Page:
Covision Quality began by implementing its software at one GKN plant in Europe, inspecting a set of metal parts in real time at production speeds of hundreds of milliseconds per part. From this assessment, GKN took the decision to deploy Covision software across multiple production lines at sites in Italy, Germany and the USA. One of the reasons was that GKN calculated that Covision’s technology would be 20 times faster at deploying new vision systems compared to traditional methods. Tschimben said that it takes roughly a couple of hours to have its software automatically program a visual inspection system, which then can be deployed after going through various accuracy and reliability tests with the customer.

One pain point for customers using traditional vision technology, Tschimben noted, is that it's difficult to program a classical machine vision system to inspect for every defect. ‘Manufacturing companies sometimes struggle with traditional visual inspection systems and software, because they are hard coded on certain specific defects,’ he said. The advantage of Covision’s software, according to Tschimben, is that it can handle varying inspection conditions and changing parts easily. ‘In the long run we help our customers be faster and more accurate,’ he said.

The software is trained on around 100 to 200 images of mostly good parts. An operator then decides whether the predictions the software makes as to possible defects are accurate and retrains where necessary. Transfer learning can be used where the customer has similar defects, like dents, burrs, missing geometry, or changing colour. There’s also a continuous learning approach where the software learns to account for changes in the production process over time.

Along with finding defects, the system has an aggregate function to give high-level statistics on how the lines are running.

Tschimben said the system does not save large amounts of data, but that Covision installs workstations on the production site – on average, one workstation would cover four production lines – to handle the data generated by real-time requirements of running at speeds of up to one part every 200ms. Covision collaborates with Nvidia on the workstations.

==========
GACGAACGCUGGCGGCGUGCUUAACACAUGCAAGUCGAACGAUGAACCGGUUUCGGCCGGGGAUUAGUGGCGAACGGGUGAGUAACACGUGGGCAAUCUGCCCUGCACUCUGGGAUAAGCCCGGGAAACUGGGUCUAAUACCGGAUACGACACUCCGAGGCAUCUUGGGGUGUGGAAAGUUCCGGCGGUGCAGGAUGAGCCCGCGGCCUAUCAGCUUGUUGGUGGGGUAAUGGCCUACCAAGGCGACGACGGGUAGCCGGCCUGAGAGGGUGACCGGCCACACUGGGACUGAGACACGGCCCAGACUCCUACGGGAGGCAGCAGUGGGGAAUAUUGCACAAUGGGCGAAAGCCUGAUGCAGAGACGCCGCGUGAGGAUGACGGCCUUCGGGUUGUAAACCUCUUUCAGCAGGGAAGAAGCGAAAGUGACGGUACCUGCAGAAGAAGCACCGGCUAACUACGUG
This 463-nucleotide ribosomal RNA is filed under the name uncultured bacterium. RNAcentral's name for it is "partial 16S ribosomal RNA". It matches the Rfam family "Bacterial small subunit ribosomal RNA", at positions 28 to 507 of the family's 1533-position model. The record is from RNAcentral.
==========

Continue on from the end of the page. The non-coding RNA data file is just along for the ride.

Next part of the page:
At the moment Covision Lab has two PhD students: Tsung Ming Tai, in collaboration with Nvidia, whose work is on video understanding and forecasting of actions and activities; and Cynthia Ugwu, who is focusing on anomaly detection for visual inspection. ‘Most of the PhDs are working on shaping the status quo of research and solving large industrial challenges,’ Tschimben stated. ‘In the computer vision and machine learning space, research and applications are closely linked, as this year’s CVPR 2022 has shown once again.’ Tsung Ming Tai was awarded second place for one of the challenges at the Computer Vision and Pattern Recognition (CVPR) conference. ‘This will benefit our manufacturing use cases in the long run,’ Tschimben continued. ‘We have many companies reaching out to us already in order to start research collaborations, beyond the mere use of our products.

‘Our close collaboration with research departments at universities will guarantee that we stay at the forefront of [machine learning] and continue to push the state-of-the-art ourselves,’ he added. ‘Our unsupervised machine learning approach to visual inspection is a very novel approach to machine learning… at industrial scale.’

Tschimben concluded: ‘There's a high acceptance rate for machine learning at the moment, so the time is right [for Covision to grow].’

One of the early 3D deflectometry scanners used security cameras, but still produced a high-quality 3D surface profile. Credit: Isak du Preez/Axiscan

07 December 2021

DeGould's Auto-compact inspection system. Credit: DeGould and Sony

19 January 2022

One of the early 3D deflectometry scanners used security cameras, but still produced a high-quality 3D surface profile. Credit: Isak du Preez/Axiscan

07 December 2021

Figure 1: Inspected object with multiple lighting angles in front of the camera. Credit: Euresys

26 October 2021